“Then Why do You Stay Here?” Wendy emphasised looking at an older woman.
The woman lit a cigarette, looked out to sea, then to Wendy; “Because I am part owner of this Hotel.”
Wendy pulled back from the woman as if she was a leper.
“I was just like you. I was angry, aghast, and out voted.”
Wendy’s eyes searched the woman who looked her straight in the face.
“When we first opened, I had barriers so that the only way to the beach was through the Hotel. It was smaller then, and set up differently. Then there was a governmental action which demanded that local people have access to the beach.”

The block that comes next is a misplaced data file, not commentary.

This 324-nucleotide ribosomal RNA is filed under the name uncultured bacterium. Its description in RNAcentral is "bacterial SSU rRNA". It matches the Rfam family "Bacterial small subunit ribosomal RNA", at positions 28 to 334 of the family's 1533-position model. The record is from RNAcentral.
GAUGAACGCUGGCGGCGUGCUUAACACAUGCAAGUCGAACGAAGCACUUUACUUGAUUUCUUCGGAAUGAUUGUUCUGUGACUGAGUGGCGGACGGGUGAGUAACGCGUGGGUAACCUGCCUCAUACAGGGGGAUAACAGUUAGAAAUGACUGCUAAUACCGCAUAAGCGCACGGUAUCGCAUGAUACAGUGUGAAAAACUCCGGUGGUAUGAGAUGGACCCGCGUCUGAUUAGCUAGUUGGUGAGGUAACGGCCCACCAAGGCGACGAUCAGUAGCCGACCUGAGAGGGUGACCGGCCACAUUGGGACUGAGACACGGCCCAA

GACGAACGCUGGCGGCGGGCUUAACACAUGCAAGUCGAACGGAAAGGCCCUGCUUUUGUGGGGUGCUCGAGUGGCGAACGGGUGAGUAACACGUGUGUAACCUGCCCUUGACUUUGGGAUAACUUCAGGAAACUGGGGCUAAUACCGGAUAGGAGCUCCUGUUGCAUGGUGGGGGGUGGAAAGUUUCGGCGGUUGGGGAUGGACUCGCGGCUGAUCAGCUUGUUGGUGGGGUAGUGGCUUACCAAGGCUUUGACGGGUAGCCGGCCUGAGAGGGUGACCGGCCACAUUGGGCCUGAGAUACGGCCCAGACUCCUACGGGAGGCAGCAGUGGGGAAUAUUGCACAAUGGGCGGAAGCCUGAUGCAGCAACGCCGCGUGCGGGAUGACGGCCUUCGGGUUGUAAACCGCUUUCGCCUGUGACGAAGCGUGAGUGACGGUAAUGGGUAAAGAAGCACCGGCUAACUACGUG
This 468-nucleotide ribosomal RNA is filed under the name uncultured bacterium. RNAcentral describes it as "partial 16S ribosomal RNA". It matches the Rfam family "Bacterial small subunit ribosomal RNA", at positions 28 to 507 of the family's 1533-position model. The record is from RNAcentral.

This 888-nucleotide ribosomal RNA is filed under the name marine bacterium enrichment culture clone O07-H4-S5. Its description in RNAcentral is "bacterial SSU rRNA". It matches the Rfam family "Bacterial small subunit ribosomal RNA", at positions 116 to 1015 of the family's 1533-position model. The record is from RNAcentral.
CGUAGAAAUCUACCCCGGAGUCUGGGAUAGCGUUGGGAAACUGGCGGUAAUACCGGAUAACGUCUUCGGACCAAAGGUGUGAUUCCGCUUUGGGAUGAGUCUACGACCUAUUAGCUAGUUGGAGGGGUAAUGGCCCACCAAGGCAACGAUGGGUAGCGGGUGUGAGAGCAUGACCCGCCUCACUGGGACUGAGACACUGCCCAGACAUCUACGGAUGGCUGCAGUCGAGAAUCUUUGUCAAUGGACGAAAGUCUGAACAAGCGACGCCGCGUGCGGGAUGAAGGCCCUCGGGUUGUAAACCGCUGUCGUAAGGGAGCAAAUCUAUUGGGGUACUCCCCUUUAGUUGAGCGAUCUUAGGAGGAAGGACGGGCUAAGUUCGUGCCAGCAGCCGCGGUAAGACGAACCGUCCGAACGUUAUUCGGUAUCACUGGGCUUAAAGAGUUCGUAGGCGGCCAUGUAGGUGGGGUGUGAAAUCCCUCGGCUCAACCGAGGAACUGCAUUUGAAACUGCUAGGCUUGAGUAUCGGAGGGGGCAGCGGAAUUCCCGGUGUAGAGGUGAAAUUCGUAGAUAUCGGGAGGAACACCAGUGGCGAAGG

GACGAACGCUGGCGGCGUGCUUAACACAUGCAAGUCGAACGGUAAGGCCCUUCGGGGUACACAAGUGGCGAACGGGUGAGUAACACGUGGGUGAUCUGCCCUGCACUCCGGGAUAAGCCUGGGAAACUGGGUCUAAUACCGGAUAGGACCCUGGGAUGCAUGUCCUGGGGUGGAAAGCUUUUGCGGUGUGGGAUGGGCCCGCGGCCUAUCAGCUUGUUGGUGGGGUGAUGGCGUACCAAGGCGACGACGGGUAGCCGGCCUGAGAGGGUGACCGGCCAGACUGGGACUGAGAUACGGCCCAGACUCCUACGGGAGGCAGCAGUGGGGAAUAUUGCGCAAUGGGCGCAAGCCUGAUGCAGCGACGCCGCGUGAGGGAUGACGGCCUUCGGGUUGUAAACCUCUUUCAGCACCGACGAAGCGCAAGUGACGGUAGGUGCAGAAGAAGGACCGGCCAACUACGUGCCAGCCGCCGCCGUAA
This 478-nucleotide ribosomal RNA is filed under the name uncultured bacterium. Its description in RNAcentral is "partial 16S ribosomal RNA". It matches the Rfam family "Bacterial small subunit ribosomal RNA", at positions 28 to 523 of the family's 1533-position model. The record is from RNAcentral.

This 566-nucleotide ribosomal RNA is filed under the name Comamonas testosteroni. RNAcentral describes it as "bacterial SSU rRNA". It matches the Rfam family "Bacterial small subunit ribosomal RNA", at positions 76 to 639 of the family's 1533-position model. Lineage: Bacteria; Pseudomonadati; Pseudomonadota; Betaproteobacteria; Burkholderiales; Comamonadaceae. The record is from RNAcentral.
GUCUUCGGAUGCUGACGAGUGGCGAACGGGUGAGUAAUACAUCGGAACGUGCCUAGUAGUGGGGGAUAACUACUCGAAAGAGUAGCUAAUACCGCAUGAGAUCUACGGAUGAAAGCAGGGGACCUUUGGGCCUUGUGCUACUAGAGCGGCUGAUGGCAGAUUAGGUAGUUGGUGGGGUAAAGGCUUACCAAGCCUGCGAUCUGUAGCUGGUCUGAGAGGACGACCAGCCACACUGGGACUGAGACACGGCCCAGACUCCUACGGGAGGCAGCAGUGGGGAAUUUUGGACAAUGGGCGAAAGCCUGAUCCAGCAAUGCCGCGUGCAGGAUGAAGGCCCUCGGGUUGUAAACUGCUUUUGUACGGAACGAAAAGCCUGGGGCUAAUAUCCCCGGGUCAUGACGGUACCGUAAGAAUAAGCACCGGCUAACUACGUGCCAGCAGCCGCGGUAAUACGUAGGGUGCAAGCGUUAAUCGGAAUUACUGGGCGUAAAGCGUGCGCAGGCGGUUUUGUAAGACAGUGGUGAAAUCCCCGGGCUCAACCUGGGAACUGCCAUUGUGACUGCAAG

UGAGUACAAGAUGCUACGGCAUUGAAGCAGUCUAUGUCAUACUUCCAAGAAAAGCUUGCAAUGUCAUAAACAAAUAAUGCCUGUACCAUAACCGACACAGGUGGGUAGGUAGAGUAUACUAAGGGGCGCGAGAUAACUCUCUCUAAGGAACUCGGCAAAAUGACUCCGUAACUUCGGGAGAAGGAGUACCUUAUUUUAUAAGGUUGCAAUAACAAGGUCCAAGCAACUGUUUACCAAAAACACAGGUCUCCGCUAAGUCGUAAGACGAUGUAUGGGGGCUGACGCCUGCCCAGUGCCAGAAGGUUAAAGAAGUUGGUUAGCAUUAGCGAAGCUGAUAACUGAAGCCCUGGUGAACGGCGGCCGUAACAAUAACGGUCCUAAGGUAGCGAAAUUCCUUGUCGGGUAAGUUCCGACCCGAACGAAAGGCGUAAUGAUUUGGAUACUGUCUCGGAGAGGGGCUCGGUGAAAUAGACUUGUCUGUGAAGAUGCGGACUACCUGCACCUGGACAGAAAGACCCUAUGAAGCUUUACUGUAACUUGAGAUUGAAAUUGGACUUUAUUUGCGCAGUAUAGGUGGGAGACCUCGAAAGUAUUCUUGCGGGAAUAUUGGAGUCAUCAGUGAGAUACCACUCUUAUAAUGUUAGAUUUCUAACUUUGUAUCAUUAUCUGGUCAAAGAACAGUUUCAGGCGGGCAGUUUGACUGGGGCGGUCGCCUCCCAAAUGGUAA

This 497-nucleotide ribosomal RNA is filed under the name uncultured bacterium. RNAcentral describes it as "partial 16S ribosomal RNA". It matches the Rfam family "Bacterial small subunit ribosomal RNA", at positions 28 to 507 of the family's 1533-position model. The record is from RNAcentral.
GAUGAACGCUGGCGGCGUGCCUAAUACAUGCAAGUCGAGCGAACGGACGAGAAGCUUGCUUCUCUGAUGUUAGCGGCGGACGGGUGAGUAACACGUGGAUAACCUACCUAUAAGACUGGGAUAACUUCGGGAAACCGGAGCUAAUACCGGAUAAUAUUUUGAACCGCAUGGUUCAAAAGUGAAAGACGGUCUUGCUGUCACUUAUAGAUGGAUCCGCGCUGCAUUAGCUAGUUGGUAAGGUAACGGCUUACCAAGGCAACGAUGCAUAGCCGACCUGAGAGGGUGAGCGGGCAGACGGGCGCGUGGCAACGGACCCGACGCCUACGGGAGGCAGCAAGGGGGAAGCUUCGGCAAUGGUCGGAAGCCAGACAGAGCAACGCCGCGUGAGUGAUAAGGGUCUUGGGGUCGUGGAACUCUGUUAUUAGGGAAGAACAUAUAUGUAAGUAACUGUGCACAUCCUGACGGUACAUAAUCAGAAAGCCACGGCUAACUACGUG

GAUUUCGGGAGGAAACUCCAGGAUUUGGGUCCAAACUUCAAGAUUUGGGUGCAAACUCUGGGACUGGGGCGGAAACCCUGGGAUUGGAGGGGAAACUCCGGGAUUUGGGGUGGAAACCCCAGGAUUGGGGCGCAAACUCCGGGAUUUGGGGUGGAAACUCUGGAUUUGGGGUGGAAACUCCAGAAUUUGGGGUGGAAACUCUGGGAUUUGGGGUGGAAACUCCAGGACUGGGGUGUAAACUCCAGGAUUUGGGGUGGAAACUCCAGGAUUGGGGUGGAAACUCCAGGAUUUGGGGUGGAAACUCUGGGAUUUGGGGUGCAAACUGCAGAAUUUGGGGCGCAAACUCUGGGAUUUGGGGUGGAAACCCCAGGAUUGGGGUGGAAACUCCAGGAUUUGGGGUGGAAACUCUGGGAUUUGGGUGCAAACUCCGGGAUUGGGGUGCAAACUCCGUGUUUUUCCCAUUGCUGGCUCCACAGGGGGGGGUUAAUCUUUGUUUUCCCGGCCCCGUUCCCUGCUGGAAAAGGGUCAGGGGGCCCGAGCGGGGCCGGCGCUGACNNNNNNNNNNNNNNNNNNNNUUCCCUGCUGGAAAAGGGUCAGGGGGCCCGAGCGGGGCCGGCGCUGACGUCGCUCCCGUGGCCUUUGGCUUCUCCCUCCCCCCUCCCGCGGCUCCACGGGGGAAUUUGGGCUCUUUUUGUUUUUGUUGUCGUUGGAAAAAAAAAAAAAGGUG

Wendy realised she was about to hear something that would change her views.
“At first, the security was very good and we had lined our boarders with planted cactus.”
The woman drew on her cigarette, her eyes traveling along the edges of the property, probably seeing how it appeared in her day.
“Then came Sunsplash, no doubt before your times. And I suppose you’ll call them the Rent-a-Dreads, that is, men who grew their hair in dread locks not because they were Rasta but because they wanted to attract white female tourists.”